Logistics and distribution have always been Kentucky’s darlings and pillars of its economy, driving business and industry here for twenty-plus years. For manufacturers, the state’s impressive logistics and distribution sectors translate into outstanding opportunities to access consumers in the most effective way possible.
Home to major shipping hubs for UPS, DHL, and Amazon Air, Kentucky is, without a doubt, a national player for air cargo. There’s the new $1.5 billion Amazon Air Hub, which has the capacity to handle up to 200 flights per day; DHL’s super-hub at Northern Kentucky’s CVG Airport; and UPS Worldport at the Louisville Muhammad Ali International Airport, which is capable of processing two million packages per day. And in 2022, UPS announced an investment of more than $330 million to construct two, one-million-square-foot facilities in Jefferson and Bullitt counties. Once operational, these facilities will create about 435 full-time jobs.
UPS remains the largest employer in the Louisville region, employing more than 25,000 people across its air, ground, and supply chain operations. It also operates 21 Supply Chain Solutions warehouses throughout the region. UPS operations account for about 62,000 direct and indirect jobs in the state.
Small- and mid-sized logistics companies are also making their mark here, quickly responding to changes and demands in the market to capture a piece of the action. And it’s clear why.
Kentucky’s ideal geographical location makes it a powerhouse for distribution and logistics. It’s within a day’s drive of more than two-thirds of the population. It’s home to 20 interstates and more than 2,600 miles of rail (including 2,300 miles of Class I rail). It’s also a mainline center for CSX, Canadian International, and Norfolk Southern railroads, along with a number of regional and local short line railroads. It’s also where you’ll find 11 riverports and no less than 1,900 miles of commercial navigable waterways.
As of 2020, Kentucky was home to 540 logistics and distribution facilities and more than 75,000 full-time employees. And between January 2020 and December 2022, Site Selection magazine ranked the Cincinnati-Northern Kentucky region as the seventh fastest growing region in the U.S. for logistics facility investments.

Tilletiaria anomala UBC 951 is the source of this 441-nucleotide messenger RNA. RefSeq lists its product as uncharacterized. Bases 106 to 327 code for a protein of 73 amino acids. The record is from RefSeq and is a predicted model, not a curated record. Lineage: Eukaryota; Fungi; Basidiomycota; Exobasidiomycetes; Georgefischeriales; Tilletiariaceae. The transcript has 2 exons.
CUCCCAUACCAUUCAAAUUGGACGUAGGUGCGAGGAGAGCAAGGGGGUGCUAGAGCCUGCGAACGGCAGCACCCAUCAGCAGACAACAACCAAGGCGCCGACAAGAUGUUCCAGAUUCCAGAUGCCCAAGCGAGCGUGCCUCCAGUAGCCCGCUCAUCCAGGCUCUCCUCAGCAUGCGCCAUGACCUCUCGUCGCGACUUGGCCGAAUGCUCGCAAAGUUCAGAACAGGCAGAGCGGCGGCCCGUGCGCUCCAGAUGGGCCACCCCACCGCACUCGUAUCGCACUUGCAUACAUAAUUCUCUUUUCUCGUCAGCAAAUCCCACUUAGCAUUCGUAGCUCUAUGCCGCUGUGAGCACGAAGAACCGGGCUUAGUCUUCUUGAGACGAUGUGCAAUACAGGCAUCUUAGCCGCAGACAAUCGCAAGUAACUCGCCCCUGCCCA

Of course, success in logistics and distribution in Kentucky doesn’t happen on its own. It requires supply chain management professionals at the helm to ensure the smooth flow of goods and materials at every stop. Kentucky has all the ingredients for a successful supply chain, but it’s up to supply chain managers and leaders to ensure its vitality and continued growth. Whether you’re looking to kickstart a career in the field by earning a bachelor’s degree in supply chain management, or you’re interested in a new job title that only a degree like an MBA in Supply Chain Management can deliver, Kentucky is where you want to be.
Supply Kentucky: Creating a Stronger Supply Chain in the Bluegrass State
Kentucky Governor Andy Beshear is serious about the state’s supply chain. Enter Supply Kentucky, a new platform that’s designed to bring together manufacturers and suppliers.
Recognizing the importance of the manufacturing sector for the state’s economic health and vitality, Supply Kentucky was created in an effort to allow Kentucky’s manufacturers and suppliers to easily connect. Manufacturers can tighten their supply chain by finding local and regional suppliers, while suppliers can identify local manufacturers to connect with.
Supply Kentucky is a tool to help manufacturers growth their businesses by securing the supplies they need. Through Supply Kentucky, manufacturers can boost job growth, reduce costs, streamline operations, and create more secure supply chains.
It includes an online platform that features a free searchable database of manufacturers and suppliers. This platform, called CONNEX Kentucky, is the result of a partnership between the Cabinet for Economic Development and the Kentucky Association of Manufacturers.
Supply Kentucky is also designed to help Kentucky manufacturers coordinate their marketing efforts and provide them with a host of workforce-related resources.